As a teenager, Vicky Starr left the family farm in Michigan and arrived on the Southside of Chicago in 1933. She stayed in the home of Herb and Jane March, Communist activists who had come to Chicago to organize the packing house workers in the huge Stockyards. Under March’s tutelage she sought employment in the Yards and almost immediately began to network to build a union of workers in the days leading up to the formation of the Congress of Industrial Organizations (CIO).
The processing of meat from the 1880s until the late 1950s was centered in Chicago. The Stockyards, housing the Big Four packers (Armour, Cudahy, Swift, and Wilson), employed thousands of workers. Because the work was so dangerous and unpleasant, it was largely carried out by the most marginalized sectors of the working class.
In the era of Upton Sinclair’s, The Jungle, workers were primarily immigrants from Eastern and Southern Europe. After World War 1 and the “the Great Migration,” African Americans secured the lowest paid and most dangerous jobs in the Yards. Historic union organizing drives in 1904, and 1921 faltered because of racism and ethnic conflict among workers. Communist and socialist organizers in the Yards, such as March, realized that combating racism was central to organizing industrial unionism in the meat packing industry.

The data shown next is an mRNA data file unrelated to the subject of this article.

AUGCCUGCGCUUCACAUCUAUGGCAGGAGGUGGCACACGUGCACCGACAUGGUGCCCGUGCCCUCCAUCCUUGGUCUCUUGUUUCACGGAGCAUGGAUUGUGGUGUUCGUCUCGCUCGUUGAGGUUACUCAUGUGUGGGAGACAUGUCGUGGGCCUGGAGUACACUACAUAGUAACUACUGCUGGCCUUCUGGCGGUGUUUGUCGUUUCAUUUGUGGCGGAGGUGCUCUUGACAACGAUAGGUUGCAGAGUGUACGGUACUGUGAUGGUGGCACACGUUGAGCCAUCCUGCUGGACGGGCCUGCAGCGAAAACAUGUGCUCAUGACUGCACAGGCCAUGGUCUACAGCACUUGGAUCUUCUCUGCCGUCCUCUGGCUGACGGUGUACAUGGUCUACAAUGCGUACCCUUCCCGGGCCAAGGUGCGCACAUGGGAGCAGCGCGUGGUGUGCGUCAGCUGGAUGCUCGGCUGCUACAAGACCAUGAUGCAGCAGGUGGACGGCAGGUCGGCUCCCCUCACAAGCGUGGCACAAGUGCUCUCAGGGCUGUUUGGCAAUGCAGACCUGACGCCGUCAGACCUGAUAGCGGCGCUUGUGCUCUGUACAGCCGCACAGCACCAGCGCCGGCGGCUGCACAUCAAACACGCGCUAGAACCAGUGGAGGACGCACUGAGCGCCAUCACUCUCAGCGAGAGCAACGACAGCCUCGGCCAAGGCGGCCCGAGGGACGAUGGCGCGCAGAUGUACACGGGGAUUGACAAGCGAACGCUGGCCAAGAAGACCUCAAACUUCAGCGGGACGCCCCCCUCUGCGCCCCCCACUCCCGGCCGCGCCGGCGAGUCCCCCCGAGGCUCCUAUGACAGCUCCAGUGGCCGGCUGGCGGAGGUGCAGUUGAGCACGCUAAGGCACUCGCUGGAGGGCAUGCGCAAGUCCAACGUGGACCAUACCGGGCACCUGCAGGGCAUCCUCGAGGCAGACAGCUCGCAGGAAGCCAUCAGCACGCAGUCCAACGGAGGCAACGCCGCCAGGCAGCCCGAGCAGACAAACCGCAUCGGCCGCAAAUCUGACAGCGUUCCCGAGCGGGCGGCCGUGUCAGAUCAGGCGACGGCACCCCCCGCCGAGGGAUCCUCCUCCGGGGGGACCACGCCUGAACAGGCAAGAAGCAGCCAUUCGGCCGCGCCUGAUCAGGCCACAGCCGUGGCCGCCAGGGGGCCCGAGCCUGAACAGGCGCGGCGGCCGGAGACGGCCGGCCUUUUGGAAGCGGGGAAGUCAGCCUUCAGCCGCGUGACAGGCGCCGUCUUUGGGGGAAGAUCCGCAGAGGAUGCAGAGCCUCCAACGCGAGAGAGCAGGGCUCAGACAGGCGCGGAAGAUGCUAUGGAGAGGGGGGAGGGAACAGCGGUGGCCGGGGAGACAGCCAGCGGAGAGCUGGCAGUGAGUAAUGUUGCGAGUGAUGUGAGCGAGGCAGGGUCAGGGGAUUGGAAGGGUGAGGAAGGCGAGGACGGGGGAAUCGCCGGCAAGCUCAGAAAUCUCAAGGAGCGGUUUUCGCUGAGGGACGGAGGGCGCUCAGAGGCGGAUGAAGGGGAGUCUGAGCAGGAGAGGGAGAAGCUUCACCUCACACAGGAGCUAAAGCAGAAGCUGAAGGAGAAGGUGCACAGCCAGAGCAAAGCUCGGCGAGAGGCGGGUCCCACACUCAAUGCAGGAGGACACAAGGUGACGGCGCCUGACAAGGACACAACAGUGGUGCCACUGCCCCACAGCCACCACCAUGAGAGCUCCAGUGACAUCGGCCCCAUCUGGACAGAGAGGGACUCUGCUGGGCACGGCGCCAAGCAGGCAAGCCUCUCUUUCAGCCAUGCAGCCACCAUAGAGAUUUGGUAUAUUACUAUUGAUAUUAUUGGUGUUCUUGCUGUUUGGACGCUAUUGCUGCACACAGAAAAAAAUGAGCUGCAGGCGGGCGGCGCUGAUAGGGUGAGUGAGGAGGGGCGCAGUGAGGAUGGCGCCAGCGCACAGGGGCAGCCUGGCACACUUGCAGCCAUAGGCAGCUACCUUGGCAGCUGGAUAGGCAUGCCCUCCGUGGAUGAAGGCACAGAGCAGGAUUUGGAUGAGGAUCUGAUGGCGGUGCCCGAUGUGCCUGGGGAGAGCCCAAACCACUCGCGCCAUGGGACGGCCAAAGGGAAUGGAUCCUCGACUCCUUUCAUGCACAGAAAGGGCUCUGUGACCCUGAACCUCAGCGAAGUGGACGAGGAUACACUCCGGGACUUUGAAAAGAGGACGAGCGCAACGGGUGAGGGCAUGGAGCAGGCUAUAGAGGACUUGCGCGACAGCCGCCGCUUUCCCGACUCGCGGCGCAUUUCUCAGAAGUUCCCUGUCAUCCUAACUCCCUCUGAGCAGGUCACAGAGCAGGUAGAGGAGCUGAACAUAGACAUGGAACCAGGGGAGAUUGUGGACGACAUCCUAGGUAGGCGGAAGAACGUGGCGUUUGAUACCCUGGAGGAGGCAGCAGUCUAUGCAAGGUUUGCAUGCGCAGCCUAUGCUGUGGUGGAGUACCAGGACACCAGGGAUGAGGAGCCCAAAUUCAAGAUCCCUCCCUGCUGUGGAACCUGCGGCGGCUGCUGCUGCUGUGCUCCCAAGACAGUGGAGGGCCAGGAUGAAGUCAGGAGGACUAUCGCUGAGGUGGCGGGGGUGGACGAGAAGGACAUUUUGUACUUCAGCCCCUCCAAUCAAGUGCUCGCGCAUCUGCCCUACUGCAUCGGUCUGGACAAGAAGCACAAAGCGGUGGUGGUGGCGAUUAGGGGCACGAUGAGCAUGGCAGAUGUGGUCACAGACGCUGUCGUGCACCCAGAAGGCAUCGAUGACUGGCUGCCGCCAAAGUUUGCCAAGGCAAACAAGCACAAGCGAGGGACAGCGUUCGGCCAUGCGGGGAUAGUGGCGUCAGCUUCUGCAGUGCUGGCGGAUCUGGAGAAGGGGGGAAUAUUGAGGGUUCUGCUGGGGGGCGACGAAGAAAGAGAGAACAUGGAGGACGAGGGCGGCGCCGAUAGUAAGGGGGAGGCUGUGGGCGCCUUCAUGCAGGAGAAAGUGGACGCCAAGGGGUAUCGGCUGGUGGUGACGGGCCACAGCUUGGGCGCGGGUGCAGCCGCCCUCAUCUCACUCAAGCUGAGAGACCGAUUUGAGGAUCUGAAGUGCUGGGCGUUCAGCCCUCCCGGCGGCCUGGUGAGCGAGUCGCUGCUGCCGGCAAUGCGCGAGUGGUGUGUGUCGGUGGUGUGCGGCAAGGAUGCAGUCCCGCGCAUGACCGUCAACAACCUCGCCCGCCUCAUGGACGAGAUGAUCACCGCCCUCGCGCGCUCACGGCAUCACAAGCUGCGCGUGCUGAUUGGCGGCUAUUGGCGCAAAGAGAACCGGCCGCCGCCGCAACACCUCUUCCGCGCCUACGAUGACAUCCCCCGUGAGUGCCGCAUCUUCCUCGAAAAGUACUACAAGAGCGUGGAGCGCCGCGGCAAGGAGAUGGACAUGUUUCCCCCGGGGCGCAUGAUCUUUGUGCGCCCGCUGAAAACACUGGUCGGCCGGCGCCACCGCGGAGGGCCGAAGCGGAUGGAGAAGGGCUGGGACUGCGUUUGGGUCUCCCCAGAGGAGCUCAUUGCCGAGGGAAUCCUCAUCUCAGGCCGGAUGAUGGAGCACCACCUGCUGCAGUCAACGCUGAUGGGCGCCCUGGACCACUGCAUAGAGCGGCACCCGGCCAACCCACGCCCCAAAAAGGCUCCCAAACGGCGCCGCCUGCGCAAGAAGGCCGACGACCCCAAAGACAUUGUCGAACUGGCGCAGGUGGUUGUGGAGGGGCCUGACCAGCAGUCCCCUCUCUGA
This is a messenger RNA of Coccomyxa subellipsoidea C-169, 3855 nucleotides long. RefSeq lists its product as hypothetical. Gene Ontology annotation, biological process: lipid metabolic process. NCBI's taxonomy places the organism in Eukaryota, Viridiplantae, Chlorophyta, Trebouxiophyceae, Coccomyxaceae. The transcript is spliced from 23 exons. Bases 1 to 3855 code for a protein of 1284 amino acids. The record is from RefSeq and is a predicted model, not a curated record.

And it was rank-and-file activists like Vicky Starr who tirelessly met with workers, helped write leaflets and newsletters, interacted with the radical students from the University of Chicago who had offered their assistance to union organizing drives, and communicated with sympathetic members of the influential Catholic Church.